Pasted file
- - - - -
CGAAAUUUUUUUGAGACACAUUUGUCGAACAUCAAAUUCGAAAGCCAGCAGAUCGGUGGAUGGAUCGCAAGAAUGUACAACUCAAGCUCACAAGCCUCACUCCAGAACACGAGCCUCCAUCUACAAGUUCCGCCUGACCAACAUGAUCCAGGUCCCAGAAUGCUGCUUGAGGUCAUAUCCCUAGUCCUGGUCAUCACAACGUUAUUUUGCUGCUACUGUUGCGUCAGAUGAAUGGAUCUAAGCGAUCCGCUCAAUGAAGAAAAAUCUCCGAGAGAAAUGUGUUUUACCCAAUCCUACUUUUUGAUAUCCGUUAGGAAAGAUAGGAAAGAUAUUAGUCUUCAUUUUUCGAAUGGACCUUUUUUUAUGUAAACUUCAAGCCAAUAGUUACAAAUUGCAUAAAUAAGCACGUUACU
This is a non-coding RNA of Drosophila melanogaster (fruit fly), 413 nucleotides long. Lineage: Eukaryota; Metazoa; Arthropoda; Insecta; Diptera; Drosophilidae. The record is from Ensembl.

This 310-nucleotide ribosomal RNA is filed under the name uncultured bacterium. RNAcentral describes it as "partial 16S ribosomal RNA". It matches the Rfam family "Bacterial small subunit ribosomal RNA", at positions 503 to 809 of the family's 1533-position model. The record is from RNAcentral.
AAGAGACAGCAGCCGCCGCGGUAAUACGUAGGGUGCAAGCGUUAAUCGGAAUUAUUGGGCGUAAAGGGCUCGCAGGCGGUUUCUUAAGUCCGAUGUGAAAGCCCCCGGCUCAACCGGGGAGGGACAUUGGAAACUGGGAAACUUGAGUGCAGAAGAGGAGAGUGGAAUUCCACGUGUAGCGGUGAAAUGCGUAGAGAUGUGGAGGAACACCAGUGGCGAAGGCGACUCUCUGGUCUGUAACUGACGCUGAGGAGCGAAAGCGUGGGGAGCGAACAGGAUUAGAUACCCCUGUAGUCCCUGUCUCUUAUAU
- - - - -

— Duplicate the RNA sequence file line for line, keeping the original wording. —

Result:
CGAAAUUUUUUUGAGACACAUUUGUCGAACAUCAAAUUCGAAAGCCAGCAGAUCGGUGGAUGGAUCGCAAGAAUGUACAACUCAAGCUCACAAGCCUCACUCCAGAACACGAGCCUCCAUCUACAAGUUCCGCCUGACCAACAUGAUCCAGGUCCCAGAAUGCUGCUUGAGGUCAUAUCCCUAGUCCUGGUCAUCACAACGUUAUUUUGCUGCUACUGUUGCGUCAGAUGAAUGGAUCUAAGCGAUCCGCUCAAUGAAGAAAAAUCUCCGAGAGAAAUGUGUUUUACCCAAUCCUACUUUUUGAUAUCCGUUAGGAAAGAUAGGAAAGAUAUUAGUCUUCAUUUUUCGAAUGGACCUUUUUUUAUGUAAACUUCAAGCCAAUAGUUACAAAUUGCAUAAAUAAGCACGUUACU
This is a non-coding RNA of Drosophila melanogaster (fruit fly), 413 nucleotides long. Lineage: Eukaryota; Metazoa; Arthropoda; Insecta; Diptera; Drosophilidae. The record is from Ensembl.

This 310-nucleotide ribosomal RNA is filed under the name uncultured bacterium. RNAcentral describes it as "partial 16S ribosomal RNA". It matches the Rfam family "Bacterial small subunit ribosomal RNA", at positions 503 to 809 of the family's 1533-position model. The record is from RNAcentral.
AAGAGACAGCAGCCGCCGCGGUAAUACGUAGGGUGCAAGCGUUAAUCGGAAUUAUUGGGCGUAAAGGGCUCGCAGGCGGUUUCUUAAGUCCGAUGUGAAAGCCCCCGGCUCAACCGGGGAGGGACAUUGGAAACUGGGAAACUUGAGUGCAGAAGAGGAGAGUGGAAUUCCACGUGUAGCGGUGAAAUGCGUAGAGAUGUGGAGGAACACCAGUGGCGAAGGCGACUCUCUGGUCUGUAACUGACGCUGAGGAGCGAAAGCGUGGGGAGCGAACAGGAUUAGAUACCCCUGUAGUCCCUGUCUCUUAUAU